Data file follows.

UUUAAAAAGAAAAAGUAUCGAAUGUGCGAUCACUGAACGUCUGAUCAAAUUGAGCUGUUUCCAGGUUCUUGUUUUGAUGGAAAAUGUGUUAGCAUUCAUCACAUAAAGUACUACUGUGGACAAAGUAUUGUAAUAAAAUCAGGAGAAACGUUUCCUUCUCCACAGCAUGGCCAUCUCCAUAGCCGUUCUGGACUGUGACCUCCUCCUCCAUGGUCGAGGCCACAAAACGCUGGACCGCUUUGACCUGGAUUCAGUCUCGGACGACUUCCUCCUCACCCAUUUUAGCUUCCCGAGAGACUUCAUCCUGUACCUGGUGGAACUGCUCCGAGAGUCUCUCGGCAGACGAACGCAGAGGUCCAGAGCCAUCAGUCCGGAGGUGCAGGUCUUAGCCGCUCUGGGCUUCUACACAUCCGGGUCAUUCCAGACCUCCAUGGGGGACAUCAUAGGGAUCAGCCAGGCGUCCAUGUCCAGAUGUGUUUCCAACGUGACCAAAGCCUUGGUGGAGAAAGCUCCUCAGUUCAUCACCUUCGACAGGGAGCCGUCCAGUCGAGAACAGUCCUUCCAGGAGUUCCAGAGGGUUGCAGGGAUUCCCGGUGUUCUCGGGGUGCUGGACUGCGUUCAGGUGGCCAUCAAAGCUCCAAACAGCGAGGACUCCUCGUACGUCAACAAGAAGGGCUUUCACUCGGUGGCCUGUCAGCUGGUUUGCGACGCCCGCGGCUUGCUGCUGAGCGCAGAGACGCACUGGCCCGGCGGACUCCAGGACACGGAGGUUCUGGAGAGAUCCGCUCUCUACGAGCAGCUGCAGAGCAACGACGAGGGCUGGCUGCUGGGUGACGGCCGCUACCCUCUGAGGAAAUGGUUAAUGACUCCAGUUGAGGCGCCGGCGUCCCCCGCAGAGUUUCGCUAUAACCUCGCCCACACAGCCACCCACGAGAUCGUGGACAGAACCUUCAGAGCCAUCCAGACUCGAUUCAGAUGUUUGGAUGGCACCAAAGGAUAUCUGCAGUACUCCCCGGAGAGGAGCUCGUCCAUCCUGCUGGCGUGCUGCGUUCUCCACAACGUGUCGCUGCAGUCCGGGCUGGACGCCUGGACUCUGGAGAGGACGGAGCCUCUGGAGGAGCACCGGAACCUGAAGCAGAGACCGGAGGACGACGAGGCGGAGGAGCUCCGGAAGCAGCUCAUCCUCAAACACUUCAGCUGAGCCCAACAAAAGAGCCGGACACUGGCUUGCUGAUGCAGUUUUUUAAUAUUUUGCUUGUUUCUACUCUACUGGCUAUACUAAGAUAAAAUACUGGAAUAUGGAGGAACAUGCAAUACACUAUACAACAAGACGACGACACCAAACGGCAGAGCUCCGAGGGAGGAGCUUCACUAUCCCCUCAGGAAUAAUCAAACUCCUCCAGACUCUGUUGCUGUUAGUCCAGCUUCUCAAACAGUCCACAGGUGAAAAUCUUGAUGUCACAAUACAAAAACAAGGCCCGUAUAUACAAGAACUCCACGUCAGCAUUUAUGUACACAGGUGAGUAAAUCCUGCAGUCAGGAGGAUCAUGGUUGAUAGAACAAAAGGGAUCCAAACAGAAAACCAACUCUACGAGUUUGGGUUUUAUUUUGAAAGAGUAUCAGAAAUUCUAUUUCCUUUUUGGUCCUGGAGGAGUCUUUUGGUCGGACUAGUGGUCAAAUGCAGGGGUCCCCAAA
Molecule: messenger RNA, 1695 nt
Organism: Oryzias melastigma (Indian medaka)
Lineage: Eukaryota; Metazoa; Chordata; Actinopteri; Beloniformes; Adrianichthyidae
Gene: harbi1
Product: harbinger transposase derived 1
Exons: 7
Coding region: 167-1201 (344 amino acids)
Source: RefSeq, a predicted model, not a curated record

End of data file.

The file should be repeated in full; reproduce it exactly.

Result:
UUUAAAAAGAAAAAGUAUCGAAUGUGCGAUCACUGAACGUCUGAUCAAAUUGAGCUGUUUCCAGGUUCUUGUUUUGAUGGAAAAUGUGUUAGCAUUCAUCACAUAAAGUACUACUGUGGACAAAGUAUUGUAAUAAAAUCAGGAGAAACGUUUCCUUCUCCACAGCAUGGCCAUCUCCAUAGCCGUUCUGGACUGUGACCUCCUCCUCCAUGGUCGAGGCCACAAAACGCUGGACCGCUUUGACCUGGAUUCAGUCUCGGACGACUUCCUCCUCACCCAUUUUAGCUUCCCGAGAGACUUCAUCCUGUACCUGGUGGAACUGCUCCGAGAGUCUCUCGGCAGACGAACGCAGAGGUCCAGAGCCAUCAGUCCGGAGGUGCAGGUCUUAGCCGCUCUGGGCUUCUACACAUCCGGGUCAUUCCAGACCUCCAUGGGGGACAUCAUAGGGAUCAGCCAGGCGUCCAUGUCCAGAUGUGUUUCCAACGUGACCAAAGCCUUGGUGGAGAAAGCUCCUCAGUUCAUCACCUUCGACAGGGAGCCGUCCAGUCGAGAACAGUCCUUCCAGGAGUUCCAGAGGGUUGCAGGGAUUCCCGGUGUUCUCGGGGUGCUGGACUGCGUUCAGGUGGCCAUCAAAGCUCCAAACAGCGAGGACUCCUCGUACGUCAACAAGAAGGGCUUUCACUCGGUGGCCUGUCAGCUGGUUUGCGACGCCCGCGGCUUGCUGCUGAGCGCAGAGACGCACUGGCCCGGCGGACUCCAGGACACGGAGGUUCUGGAGAGAUCCGCUCUCUACGAGCAGCUGCAGAGCAACGACGAGGGCUGGCUGCUGGGUGACGGCCGCUACCCUCUGAGGAAAUGGUUAAUGACUCCAGUUGAGGCGCCGGCGUCCCCCGCAGAGUUUCGCUAUAACCUCGCCCACACAGCCACCCACGAGAUCGUGGACAGAACCUUCAGAGCCAUCCAGACUCGAUUCAGAUGUUUGGAUGGCACCAAAGGAUAUCUGCAGUACUCCCCGGAGAGGAGCUCGUCCAUCCUGCUGGCGUGCUGCGUUCUCCACAACGUGUCGCUGCAGUCCGGGCUGGACGCCUGGACUCUGGAGAGGACGGAGCCUCUGGAGGAGCACCGGAACCUGAAGCAGAGACCGGAGGACGACGAGGCGGAGGAGCUCCGGAAGCAGCUCAUCCUCAAACACUUCAGCUGAGCCCAACAAAAGAGCCGGACACUGGCUUGCUGAUGCAGUUUUUUAAUAUUUUGCUUGUUUCUACUCUACUGGCUAUACUAAGAUAAAAUACUGGAAUAUGGAGGAACAUGCAAUACACUAUACAACAAGACGACGACACCAAACGGCAGAGCUCCGAGGGAGGAGCUUCACUAUCCCCUCAGGAAUAAUCAAACUCCUCCAGACUCUGUUGCUGUUAGUCCAGCUUCUCAAACAGUCCACAGGUGAAAAUCUUGAUGUCACAAUACAAAAACAAGGCCCGUAUAUACAAGAACUCCACGUCAGCAUUUAUGUACACAGGUGAGUAAAUCCUGCAGUCAGGAGGAUCAUGGUUGAUAGAACAAAAGGGAUCCAAACAGAAAACCAACUCUACGAGUUUGGGUUUUAUUUUGAAAGAGUAUCAGAAAUUCUAUUUCCUUUUUGGUCCUGGAGGAGUCUUUUGGUCGGACUAGUGGUCAAAUGCAGGGGUCCCCAAA
Molecule: messenger RNA, 1695 nt
Organism: Oryzias melastigma (Indian medaka)
Lineage: Eukaryota; Metazoa; Chordata; Actinopteri; Beloniformes; Adrianichthyidae
Gene: harbi1
Product: harbinger transposase derived 1
Exons: 7
Coding region: 167-1201 (344 amino acids)
Source: RefSeq, a predicted model, not a curated record